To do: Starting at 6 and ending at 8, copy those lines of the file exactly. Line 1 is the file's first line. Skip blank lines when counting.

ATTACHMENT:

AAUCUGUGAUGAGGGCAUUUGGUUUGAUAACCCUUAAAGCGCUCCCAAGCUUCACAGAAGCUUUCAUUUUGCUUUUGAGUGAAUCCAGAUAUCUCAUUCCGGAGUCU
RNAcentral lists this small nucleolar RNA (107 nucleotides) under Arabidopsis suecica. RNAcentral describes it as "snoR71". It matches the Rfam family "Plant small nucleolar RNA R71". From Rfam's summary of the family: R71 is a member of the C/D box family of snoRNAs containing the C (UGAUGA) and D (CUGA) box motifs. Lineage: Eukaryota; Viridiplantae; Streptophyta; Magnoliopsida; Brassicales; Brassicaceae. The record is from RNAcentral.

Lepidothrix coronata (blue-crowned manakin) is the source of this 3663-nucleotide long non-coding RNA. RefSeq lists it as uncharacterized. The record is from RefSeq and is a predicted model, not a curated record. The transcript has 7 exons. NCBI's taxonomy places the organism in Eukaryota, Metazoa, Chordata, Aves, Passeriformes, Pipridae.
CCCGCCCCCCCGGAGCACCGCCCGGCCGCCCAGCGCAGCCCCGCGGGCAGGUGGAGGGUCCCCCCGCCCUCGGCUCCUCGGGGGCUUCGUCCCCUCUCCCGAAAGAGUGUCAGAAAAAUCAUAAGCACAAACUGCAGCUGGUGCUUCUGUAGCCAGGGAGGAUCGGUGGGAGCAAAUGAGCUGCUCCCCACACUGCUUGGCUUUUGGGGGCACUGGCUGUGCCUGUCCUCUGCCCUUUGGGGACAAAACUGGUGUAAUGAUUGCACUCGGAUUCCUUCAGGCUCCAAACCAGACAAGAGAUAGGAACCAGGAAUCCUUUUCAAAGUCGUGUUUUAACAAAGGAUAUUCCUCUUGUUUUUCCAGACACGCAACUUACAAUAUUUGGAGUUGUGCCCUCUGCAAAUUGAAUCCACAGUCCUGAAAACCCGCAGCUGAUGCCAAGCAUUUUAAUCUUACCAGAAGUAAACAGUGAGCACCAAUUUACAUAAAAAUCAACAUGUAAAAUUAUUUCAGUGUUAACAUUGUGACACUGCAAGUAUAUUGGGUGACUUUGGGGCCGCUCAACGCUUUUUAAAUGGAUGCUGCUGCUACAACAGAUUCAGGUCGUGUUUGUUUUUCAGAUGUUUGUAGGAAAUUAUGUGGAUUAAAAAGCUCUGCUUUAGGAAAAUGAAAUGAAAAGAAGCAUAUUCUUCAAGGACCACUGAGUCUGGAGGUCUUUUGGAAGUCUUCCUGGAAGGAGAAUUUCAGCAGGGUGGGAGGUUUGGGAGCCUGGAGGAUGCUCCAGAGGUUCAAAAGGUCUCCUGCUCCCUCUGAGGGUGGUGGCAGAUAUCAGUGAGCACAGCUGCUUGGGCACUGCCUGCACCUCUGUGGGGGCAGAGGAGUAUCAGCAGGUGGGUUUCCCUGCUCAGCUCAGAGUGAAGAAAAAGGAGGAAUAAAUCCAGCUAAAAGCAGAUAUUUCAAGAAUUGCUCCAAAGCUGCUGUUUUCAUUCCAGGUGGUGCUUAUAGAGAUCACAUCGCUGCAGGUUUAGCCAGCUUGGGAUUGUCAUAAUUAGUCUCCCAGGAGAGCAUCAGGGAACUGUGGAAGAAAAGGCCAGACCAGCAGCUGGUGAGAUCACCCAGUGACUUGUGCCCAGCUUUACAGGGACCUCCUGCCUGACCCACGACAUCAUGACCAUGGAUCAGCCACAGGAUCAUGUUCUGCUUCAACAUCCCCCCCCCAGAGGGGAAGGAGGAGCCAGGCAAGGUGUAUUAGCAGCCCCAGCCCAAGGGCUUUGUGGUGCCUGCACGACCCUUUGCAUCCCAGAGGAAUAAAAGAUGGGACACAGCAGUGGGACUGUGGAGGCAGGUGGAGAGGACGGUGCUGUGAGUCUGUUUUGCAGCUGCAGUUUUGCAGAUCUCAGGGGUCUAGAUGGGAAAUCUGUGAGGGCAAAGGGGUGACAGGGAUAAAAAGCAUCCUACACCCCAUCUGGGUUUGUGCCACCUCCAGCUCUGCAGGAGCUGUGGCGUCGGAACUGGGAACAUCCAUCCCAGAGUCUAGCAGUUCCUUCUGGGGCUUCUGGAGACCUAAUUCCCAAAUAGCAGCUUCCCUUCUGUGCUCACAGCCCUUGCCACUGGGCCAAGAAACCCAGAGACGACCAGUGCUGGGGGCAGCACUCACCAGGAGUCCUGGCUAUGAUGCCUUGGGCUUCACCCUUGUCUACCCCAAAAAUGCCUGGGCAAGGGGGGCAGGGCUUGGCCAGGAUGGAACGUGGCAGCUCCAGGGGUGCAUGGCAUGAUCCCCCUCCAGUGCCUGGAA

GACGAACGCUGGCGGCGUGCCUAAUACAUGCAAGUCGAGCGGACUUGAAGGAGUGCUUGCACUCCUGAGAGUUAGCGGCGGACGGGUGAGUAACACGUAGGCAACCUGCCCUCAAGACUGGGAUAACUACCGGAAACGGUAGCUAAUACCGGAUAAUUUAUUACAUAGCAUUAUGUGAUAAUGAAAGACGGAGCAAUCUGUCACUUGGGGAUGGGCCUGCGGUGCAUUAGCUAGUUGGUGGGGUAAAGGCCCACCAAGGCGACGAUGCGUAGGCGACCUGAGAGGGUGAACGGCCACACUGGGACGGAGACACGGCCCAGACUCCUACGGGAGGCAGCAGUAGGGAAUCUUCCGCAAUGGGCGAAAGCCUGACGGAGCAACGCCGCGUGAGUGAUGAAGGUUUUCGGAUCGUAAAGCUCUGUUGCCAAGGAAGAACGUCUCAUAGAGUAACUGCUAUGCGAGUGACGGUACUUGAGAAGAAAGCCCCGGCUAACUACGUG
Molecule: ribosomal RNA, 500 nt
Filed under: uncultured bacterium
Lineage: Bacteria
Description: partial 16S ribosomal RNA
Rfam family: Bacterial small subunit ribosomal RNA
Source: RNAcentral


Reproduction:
Molecule: ribosomal RNA, 500 nt
Filed under: uncultured bacterium
Lineage: Bacteria